The day Jennifer Lawrence broke twitter


If it is possible I am even more bothered today than yesterday over the leaked photos of Jennifer Lawrence. A crime was committed people’s personal information was hacked, and no one seems to care about that because Jennifer’s nipples broke twitter. I know that photos of other people besides Ms. Lawrence were leaked, but most of the hubbub I personally saw was related to Ms. Lawrence.

I am disgusted at the misogyny of the act. I am angry at the total lack of respect for women in general that society seems to possess. People are treating this gross violation of privacy as a joke. The memes that I have seen are shameful. I am disappointed in the blatant objectification of women. I am sickened at the fact that the hacker is being celebrated.

It is entirely irrelevant that those women chose to record an image of themselves of a deeply private and intimate nature. It is not on the victim to take “enough” measures to protect herself, to dress a certain way, travel in groups, wear special nail polish, or what-have-you to in hind-sight to protect one’s self.

What is missing here is a little thing called consent. When actors or models are photographed or videotaped for work (I am thinking nudity in film) there is consent. And these actors are made to feel safe on sets. If someone really wants to see nudity, browse or purchase nudity which has been created with consent. 

We all should have a reasonable expectation to privacy. I am trying to think how I personally would feel if I had nude photos of myself posted to a revenge porn site. Even if they are not nude photographs, we all have items on our smart phones that we would not want not want leaked to the world.

Celebrities don’t sign away their private rights for a movie deal or recording contract. Celebrities are human beings and should not be treated as commodities in their non-working moments.

I know that pictures of say, Brad Pitt or Niall Horan from One Direction would also generate publicity, but I don’t think it would have been the same in volume or tactlessness.

I am angry, but I am also resigned, disgusted, and saddened. As a human, these people deserve basic dignity and I cannot believe how many people are laughing and making jokes at these women’s total violation of privacy. Celebrities are humans, too. Give them some damn respect.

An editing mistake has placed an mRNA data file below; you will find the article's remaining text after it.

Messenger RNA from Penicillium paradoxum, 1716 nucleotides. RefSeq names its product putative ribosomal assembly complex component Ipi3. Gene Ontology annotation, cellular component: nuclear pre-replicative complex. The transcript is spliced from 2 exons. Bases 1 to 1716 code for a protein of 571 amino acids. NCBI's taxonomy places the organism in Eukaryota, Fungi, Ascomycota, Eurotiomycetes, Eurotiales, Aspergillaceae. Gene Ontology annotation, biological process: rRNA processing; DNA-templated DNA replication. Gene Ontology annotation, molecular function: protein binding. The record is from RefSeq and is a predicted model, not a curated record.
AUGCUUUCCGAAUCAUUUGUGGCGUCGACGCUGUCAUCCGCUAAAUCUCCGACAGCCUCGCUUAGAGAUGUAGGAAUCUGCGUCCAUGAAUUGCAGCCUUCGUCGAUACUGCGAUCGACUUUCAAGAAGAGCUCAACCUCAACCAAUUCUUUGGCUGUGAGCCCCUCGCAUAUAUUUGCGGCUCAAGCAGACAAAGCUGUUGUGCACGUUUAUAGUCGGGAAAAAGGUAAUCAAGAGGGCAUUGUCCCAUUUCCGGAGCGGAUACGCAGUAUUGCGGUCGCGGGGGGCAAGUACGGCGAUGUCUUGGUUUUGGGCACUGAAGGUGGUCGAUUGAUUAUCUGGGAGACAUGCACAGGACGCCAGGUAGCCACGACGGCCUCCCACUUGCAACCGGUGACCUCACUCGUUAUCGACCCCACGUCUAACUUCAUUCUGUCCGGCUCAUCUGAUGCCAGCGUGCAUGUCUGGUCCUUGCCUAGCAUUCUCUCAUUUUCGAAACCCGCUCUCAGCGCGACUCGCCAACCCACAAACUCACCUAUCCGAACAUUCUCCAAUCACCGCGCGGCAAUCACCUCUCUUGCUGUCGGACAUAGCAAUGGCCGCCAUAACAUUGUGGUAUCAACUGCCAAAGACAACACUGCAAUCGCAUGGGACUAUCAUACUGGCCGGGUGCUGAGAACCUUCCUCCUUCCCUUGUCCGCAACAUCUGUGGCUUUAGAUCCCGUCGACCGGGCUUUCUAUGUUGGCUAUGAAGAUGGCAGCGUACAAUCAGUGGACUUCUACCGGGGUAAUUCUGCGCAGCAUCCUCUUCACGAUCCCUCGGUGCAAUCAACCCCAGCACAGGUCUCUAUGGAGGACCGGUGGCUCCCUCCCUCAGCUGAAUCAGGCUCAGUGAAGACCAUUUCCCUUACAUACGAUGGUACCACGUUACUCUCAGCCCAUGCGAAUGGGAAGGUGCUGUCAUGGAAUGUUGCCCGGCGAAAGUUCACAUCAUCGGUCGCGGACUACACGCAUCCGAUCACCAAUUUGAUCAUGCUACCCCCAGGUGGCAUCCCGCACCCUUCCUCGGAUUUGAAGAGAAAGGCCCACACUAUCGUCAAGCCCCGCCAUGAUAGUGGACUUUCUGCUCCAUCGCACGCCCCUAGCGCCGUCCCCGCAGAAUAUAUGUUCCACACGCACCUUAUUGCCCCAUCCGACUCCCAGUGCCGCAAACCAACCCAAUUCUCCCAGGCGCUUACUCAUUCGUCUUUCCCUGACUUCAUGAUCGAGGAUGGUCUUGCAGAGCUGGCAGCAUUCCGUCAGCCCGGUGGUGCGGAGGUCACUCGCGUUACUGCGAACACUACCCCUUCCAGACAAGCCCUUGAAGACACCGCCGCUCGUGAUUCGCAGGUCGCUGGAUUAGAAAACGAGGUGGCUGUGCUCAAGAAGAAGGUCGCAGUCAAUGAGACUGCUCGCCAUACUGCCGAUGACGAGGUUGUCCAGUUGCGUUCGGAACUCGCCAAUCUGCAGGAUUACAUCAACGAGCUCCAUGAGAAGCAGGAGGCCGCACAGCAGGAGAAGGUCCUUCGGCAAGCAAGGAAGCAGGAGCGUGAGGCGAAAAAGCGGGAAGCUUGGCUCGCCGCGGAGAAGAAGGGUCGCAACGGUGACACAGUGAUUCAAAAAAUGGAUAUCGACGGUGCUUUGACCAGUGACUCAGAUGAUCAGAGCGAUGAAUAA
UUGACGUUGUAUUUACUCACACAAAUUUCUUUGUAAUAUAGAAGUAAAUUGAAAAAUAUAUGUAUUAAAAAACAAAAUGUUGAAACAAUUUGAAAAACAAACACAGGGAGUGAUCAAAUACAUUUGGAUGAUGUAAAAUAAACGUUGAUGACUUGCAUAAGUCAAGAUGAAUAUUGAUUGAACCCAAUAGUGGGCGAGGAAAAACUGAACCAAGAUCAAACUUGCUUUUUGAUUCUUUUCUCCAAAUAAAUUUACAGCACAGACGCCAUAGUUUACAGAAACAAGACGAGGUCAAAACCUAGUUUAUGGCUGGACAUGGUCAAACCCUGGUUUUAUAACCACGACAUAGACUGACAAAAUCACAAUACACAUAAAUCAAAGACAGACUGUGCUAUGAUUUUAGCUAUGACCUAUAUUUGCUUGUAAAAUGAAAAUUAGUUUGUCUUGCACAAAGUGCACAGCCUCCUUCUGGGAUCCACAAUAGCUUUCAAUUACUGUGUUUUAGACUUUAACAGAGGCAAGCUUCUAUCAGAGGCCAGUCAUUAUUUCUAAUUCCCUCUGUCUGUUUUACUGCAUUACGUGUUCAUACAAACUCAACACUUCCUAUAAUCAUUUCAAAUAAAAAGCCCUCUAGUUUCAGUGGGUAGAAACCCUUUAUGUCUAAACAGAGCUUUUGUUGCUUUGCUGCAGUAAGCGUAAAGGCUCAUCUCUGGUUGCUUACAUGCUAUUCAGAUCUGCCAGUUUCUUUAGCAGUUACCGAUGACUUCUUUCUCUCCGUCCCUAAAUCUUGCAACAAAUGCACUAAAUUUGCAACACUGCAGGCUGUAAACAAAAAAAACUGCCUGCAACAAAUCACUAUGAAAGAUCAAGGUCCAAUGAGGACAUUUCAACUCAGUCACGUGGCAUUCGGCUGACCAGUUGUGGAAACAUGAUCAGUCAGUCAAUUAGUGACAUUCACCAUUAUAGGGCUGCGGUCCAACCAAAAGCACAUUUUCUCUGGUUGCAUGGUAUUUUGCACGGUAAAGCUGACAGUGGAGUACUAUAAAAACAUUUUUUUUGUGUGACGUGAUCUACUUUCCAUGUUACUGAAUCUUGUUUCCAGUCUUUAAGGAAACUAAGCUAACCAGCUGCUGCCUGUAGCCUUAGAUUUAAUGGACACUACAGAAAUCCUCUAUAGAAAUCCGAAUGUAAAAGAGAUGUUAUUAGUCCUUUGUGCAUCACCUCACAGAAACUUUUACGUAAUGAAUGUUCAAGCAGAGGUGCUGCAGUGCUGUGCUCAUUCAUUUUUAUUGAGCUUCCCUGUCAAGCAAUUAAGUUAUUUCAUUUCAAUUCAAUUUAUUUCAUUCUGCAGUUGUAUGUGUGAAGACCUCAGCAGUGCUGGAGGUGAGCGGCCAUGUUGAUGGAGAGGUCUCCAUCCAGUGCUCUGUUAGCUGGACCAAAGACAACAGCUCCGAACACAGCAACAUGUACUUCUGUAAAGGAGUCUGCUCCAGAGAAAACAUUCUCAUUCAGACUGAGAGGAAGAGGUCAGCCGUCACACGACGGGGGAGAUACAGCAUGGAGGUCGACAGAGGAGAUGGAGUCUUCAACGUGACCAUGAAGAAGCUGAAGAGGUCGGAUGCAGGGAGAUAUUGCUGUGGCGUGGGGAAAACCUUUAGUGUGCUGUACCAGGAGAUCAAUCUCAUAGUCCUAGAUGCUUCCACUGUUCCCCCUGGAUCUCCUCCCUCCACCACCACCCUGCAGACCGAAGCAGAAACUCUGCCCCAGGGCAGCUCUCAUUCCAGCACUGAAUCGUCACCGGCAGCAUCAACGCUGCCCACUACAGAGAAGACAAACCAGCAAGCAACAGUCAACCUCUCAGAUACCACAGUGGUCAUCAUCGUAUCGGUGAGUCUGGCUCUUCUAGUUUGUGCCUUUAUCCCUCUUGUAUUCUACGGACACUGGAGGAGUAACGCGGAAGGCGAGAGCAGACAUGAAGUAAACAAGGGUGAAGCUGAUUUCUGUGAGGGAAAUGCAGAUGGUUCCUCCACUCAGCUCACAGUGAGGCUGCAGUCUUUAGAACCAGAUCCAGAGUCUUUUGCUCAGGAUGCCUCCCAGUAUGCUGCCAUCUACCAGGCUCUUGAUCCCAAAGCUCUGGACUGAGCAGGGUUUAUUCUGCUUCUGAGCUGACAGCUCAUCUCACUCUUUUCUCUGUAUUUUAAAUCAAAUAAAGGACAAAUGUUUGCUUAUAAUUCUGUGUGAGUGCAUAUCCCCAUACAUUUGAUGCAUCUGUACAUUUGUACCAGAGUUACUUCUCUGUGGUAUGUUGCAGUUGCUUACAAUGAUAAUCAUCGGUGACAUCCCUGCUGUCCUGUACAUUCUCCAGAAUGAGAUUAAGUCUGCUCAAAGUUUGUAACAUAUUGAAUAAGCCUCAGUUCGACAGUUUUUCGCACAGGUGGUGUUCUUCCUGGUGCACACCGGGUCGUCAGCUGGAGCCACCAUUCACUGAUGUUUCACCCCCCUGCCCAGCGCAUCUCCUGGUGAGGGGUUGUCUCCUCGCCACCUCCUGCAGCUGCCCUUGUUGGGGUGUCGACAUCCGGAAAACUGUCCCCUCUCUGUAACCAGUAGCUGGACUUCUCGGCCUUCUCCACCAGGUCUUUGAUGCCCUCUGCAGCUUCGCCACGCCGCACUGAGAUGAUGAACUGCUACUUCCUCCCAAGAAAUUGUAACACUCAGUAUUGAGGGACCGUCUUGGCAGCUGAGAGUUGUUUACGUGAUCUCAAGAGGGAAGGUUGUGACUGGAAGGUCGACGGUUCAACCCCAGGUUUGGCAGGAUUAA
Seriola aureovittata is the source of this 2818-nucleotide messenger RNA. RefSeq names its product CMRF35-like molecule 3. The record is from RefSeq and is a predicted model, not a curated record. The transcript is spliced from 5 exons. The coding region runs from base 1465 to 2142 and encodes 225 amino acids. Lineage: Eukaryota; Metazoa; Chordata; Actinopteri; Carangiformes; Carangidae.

Top Immigration Court Hands Huge Win to Battered Women Seeking Asylum.


In First for Court, Woman Is Ruled Eligible for Asylum in U.S. on Basis of Domestic Abuse.

The nation’s highest immigration court has found for the first time that women who are victims of severe domestic violence in their home countries can be eligible for asylum in the United States. The nine-page decision helps clarify the interpretation of broad and vague language in the legal definition of a refugee. Foreigners may qualify for asylum if they have a “well-founded fear of persecution” based on race, nationality, religion, political opinion or “membership in a particular social group.” Women’s rights advocates have argued that victims of domestic violence fit into the social group category, but immigration judges have been skeptical.

It’s the first time that this court has recognized a protected group that primarily includes women. The ruling offers a glimmer of hope to asylum-seekers who have fled horrific abuse. Before Tuesday’s decision, immigration judges routinely denied asylum to domestic violence victims because US asylum law does not protect people who are persecuted on account of their gender.

Some critics predicted the numbers of foreign women seeking asylum could soon overwhelm the system. “A lot of these cases are undeniably horrific, but do we want to destroy our refugee system to make these ultimately political statements about domestic violence?” asked Michael M. Hethmon, a lawyer who argued in the case for the Federation for American Immigration Reform, a group that seeks reduced immigration.


I am able to assess, diagnose, and treat mental and emotional disorders, including the I-751 psychiatric evaluation needed to pursue asylum. 

Graduating from an accredited Marriage and Family Therapy Program ensures the quality of my training to professionally approved standards. This rigorous education with specialized training in mood disorders, domestic violence, sexual assault, and substance abuse enables me to help clients overcome adversity and become healthy and productive citizens.

Through counseling individuals, couples, and families, performing assessments, utilizing risk instruments, assessing diagnosis, and developing and implementing treatment plans, my work assists clients in making the most of the resources offered to them and to successfully succeed on their own once services have terminated.